Another excursion your students won’t want to miss is the National Archaeological Museum of Naples, which has one of the best collections of both ancient Greek and Roman antiquities. They exhibit everything from beautiful glass and mosaics to sculptures and fine jewellery. Everything is very well preserved, due to the artefacts being discovered at the nearby ruins of Pompeii and Herculaneum. The building was originally a cavalry barracks, then part of the university, it was afterward made into a museum by the Bourbon king Charles II, to house his vast collection of treasures – both inherited and looted from the ruins. You can also see the hugely impressive Toro Farnese (Farnese Bull), which dates back to the 2nd century BCE, which depicts the humiliation and death of Dirce, the Queen of Thebes, carved from one massive block of marble. And don’t miss the incredible mosaics on the mezzanine, most of which come from Pompeii, including the stunning La battaglia di Alessandro contro Dario – the best-known representation of famed conqueror Alexander the Great.
But nothing compares to the real Pompeii, which just outside the city, is one of the most unspoilt Roman settlements in mainland Italy. Buried by a cloud of ash when Vesuvius erupted in 79CE, the devastation caused by an exploding volcano is perfectly preserved for all to see – including the spooky casts of bodies found of those unable to escape. Highly recommended is a guided tour of the site, as this will ensure both expert knowledge and a sense of wonder. Tour the ruins of the Forum, the Temple of Apollo, the theatre and the gladiatorial arena, among others. You can also see the impressive Temple of Jupiter, where the massive Head of Jupiter which now sits in the National Archaeological Museum, was excavated when Pompeii was rediscovered. The excavations here have yielded an amazing amount of information on the daily lives of Romans, more so than other digs, from the sheer number and varying types of artefacts found. Students will love this ancient settlement, as it seems like stepping back in time, to the apex of Roman civilisation.
As the Bay of Naples is the most densely populated volcanic region on Earth, it would be rude to come all the way here and not see the major attraction – Mount Vesuvius. Previous to its famous eruption, Vesuvius was a different mountain, covered in vegetation and with a far greater height than now, few people knew they were living in the foothills of a monster. So, it seems strange now to think that almost three-quarters of a million people again live in its environs, choosing to ignore the huge geological hazard on their doorstep. Probably because the land around is so fertile (your students can visit vineyards and farms that utilise the volcanic soil) and it earns the farmers a decent profit that they choose to stay and cultivate the land. They are in for a shock if the now dormant beast decides to wake.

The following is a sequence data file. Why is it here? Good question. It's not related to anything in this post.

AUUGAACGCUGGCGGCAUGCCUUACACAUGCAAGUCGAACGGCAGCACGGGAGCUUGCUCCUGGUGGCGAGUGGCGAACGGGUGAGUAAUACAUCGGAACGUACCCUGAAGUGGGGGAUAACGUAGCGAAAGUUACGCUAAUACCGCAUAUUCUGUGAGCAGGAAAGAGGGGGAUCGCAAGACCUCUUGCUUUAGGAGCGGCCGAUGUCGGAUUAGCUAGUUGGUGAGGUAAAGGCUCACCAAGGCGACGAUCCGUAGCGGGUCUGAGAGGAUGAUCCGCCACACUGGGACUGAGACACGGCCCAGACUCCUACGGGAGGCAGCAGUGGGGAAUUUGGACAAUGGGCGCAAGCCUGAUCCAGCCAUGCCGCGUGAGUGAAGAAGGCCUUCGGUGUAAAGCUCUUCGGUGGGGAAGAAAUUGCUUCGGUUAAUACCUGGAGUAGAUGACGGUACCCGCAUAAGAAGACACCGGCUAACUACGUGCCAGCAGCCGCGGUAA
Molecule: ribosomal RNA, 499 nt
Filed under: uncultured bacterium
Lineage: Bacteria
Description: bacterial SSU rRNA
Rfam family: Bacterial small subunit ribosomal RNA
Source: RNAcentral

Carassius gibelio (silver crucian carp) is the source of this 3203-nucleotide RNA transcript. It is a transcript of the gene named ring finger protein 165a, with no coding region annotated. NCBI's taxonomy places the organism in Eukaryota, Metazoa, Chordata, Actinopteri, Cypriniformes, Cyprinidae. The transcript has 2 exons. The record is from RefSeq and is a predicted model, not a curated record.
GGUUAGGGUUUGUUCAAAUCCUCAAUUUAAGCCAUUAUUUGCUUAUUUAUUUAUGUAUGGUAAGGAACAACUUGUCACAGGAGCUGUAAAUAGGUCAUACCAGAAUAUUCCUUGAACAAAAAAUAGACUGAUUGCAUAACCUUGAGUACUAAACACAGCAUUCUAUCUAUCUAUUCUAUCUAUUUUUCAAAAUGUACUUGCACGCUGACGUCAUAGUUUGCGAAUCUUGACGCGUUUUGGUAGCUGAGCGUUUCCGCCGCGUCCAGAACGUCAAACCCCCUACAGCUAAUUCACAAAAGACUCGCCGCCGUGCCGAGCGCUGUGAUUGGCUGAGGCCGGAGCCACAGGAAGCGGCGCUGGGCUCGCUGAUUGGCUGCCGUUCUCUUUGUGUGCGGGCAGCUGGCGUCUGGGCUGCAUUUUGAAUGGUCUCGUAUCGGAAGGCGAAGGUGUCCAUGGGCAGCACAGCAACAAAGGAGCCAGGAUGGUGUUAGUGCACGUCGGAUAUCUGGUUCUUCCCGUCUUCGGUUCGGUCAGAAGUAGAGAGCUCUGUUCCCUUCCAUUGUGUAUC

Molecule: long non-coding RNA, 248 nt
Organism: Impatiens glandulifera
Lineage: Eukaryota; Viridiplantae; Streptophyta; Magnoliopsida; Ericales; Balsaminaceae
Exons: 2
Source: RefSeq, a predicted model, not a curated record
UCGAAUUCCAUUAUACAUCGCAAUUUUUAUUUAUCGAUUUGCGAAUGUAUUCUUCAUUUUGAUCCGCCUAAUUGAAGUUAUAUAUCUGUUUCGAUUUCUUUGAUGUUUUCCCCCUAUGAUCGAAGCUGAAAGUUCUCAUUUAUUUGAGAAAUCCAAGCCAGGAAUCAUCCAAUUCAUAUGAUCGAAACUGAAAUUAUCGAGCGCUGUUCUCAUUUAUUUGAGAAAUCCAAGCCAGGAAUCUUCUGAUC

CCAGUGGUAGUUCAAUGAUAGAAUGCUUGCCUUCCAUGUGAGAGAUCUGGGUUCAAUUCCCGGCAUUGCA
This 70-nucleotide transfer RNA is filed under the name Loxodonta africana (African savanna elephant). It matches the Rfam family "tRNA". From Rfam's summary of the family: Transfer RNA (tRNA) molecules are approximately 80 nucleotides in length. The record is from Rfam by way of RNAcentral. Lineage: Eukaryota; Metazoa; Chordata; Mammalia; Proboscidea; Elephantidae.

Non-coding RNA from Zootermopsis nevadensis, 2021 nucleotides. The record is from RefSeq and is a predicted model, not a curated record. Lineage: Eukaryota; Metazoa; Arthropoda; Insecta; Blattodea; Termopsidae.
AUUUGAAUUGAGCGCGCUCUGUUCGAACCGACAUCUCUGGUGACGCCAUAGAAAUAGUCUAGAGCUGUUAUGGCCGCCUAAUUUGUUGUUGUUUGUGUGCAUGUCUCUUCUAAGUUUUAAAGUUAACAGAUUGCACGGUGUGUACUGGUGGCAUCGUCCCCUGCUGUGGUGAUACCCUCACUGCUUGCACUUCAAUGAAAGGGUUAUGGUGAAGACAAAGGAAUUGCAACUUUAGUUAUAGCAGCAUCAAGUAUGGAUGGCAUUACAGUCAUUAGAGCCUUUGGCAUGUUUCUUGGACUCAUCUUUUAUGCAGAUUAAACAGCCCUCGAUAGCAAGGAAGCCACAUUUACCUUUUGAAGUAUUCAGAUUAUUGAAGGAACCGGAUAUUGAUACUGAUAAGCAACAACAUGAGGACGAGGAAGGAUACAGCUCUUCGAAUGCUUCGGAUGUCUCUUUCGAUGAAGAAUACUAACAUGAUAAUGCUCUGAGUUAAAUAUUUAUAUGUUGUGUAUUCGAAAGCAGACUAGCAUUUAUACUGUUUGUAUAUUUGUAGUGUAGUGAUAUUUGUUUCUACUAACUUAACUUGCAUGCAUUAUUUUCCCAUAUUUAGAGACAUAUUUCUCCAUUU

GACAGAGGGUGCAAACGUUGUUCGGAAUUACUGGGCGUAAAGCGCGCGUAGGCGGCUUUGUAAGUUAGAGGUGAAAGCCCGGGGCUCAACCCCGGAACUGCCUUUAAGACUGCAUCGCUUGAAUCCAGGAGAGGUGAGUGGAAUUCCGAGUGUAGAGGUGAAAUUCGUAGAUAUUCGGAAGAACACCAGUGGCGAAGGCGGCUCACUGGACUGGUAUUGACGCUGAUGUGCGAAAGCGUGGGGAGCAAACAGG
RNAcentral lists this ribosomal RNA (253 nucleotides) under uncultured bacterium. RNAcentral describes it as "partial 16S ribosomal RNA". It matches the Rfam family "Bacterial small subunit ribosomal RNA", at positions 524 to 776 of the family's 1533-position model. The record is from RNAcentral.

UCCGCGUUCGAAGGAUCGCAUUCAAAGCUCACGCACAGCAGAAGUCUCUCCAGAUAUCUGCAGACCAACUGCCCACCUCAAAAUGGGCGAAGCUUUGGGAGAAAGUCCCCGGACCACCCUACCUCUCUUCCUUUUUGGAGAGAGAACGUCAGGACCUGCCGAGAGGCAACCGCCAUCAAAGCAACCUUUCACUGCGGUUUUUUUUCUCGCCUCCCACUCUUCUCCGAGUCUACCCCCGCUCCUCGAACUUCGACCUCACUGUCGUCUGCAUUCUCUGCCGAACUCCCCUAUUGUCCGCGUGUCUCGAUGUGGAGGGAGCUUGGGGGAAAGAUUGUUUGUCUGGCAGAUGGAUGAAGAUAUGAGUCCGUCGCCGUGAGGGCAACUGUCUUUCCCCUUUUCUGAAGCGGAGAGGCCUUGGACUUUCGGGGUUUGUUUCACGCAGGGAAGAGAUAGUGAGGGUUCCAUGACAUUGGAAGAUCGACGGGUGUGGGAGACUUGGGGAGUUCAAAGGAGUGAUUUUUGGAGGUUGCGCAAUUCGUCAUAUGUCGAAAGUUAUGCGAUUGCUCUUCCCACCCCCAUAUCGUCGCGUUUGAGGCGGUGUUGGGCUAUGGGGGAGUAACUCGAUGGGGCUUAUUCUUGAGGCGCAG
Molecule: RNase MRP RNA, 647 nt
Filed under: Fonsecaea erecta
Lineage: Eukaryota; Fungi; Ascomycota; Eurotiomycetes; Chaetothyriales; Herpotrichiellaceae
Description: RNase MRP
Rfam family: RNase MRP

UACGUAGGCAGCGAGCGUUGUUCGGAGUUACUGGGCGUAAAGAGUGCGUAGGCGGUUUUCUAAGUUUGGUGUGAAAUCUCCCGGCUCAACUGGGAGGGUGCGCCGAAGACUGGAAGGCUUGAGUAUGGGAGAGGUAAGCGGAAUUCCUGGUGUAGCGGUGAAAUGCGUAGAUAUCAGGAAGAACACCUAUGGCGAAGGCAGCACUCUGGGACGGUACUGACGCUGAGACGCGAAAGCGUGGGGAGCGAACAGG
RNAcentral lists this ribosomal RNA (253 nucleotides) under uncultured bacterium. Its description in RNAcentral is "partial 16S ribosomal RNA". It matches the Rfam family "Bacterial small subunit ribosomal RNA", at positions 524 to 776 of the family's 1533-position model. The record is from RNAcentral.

The volcano itself is now a national park and UNESCO Biosphere Reserve– home to many plant and bird species, which can be heard singing, marking their territory, during your ascent. As famed-writer Anton Chekov once remarked, “What torture it is to climb Vesuvius! Walk, walk, walk, and the summit is still so distant!” Our top tip is to come early in the morning, to beat the crowds but also so your students avoid the trek up in the mid-day heat. Although the inside of the crater is off-limits, the caldera is still fantastic and the 200-metre views into the depths of the crater are especially rewarding, for both geographers and tourists alike. You’ll see billowing fumaroles, leaking noxious gases, and even some hardy plant species making the most of the mineral-rich atmosphere. On the way back down the mountain, why not travel through the aptly-named Valle del Inferno (Valley of Hell), to gain an alternative perspective of Vesuvius?
Naples is a superb city, with something different for each group, be it culture or geography, or even a bit of both. Visit discover-education.co.uk/Italy to find out more of what tailor-made trips we can offer to your school.